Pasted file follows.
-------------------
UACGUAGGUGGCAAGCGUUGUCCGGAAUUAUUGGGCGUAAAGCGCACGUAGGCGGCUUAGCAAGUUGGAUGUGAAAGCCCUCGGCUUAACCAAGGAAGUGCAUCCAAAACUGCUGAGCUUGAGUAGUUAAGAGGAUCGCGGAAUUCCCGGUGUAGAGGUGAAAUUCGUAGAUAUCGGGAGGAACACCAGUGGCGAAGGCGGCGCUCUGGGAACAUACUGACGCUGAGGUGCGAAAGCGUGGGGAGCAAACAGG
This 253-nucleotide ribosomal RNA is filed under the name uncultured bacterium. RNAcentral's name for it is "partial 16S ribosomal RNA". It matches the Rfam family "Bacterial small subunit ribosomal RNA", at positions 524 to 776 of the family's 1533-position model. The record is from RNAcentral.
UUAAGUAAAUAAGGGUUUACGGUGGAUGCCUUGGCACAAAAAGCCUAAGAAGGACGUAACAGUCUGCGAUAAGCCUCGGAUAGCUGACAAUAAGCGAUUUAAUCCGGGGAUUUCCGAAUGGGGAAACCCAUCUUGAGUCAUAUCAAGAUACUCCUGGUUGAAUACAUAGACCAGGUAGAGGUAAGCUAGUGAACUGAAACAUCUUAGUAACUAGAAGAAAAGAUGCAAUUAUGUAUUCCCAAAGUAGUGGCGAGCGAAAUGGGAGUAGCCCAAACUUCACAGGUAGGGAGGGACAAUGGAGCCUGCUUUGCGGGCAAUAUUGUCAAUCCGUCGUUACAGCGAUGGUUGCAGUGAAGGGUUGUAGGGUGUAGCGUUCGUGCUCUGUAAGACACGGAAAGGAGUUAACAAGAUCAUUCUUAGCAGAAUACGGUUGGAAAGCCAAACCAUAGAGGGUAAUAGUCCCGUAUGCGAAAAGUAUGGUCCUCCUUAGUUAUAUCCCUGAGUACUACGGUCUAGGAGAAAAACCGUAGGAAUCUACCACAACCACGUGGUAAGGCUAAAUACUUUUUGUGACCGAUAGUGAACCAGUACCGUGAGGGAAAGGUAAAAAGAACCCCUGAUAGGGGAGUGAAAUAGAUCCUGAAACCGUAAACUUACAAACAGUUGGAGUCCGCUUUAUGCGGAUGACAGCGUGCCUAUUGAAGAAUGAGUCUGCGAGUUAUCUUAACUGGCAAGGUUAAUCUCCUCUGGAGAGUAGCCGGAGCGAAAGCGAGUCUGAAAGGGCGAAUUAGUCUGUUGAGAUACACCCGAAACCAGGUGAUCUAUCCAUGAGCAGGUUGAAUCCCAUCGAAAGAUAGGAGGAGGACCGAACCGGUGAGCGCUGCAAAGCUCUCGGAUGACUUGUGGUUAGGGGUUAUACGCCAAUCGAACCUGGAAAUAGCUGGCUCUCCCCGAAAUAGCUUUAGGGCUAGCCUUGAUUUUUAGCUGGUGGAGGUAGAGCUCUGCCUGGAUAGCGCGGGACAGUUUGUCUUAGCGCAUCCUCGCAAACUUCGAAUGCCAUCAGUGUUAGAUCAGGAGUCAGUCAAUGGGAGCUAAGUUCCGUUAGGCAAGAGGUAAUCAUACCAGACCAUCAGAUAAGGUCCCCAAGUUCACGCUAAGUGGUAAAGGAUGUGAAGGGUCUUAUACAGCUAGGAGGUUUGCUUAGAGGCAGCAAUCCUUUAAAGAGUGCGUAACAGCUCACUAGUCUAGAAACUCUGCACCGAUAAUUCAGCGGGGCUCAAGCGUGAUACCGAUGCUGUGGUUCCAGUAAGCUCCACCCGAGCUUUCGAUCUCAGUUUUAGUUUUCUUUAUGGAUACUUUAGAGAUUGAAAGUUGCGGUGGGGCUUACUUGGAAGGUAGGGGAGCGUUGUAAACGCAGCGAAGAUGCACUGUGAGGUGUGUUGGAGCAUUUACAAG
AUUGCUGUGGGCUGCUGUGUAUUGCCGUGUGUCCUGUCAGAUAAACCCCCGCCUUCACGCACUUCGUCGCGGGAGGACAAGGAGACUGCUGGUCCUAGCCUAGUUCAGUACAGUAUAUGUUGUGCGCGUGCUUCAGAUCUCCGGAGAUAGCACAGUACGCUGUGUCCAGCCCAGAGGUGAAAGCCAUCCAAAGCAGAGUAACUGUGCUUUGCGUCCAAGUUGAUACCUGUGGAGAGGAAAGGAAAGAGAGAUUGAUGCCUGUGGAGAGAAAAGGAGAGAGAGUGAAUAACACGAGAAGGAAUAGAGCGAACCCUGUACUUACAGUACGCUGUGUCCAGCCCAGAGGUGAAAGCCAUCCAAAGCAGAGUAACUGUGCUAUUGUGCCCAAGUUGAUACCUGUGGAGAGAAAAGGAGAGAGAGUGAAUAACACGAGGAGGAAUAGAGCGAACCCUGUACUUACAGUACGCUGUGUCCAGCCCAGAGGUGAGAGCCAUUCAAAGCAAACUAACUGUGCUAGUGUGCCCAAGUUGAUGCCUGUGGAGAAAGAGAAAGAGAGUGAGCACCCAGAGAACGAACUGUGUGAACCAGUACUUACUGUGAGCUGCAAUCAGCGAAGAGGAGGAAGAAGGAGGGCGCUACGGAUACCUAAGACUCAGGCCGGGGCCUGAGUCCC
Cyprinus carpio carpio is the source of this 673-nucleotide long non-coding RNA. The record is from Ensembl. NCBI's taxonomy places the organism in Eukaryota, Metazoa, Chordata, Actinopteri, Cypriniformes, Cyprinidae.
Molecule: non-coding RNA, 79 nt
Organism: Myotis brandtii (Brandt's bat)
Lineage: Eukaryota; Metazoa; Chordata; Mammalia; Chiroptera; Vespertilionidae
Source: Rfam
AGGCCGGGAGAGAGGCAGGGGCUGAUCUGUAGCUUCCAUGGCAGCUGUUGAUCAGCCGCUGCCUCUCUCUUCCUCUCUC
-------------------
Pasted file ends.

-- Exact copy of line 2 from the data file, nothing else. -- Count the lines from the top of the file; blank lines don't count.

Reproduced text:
This 253-nucleotide ribosomal RNA is filed under the name uncultured bacterium. RNAcentral's name for it is "partial 16S ribosomal RNA". It matches the Rfam family "Bacterial small subunit ribosomal RNA", at positions 524 to 776 of the family's 1533-position model. The record is from RNAcentral.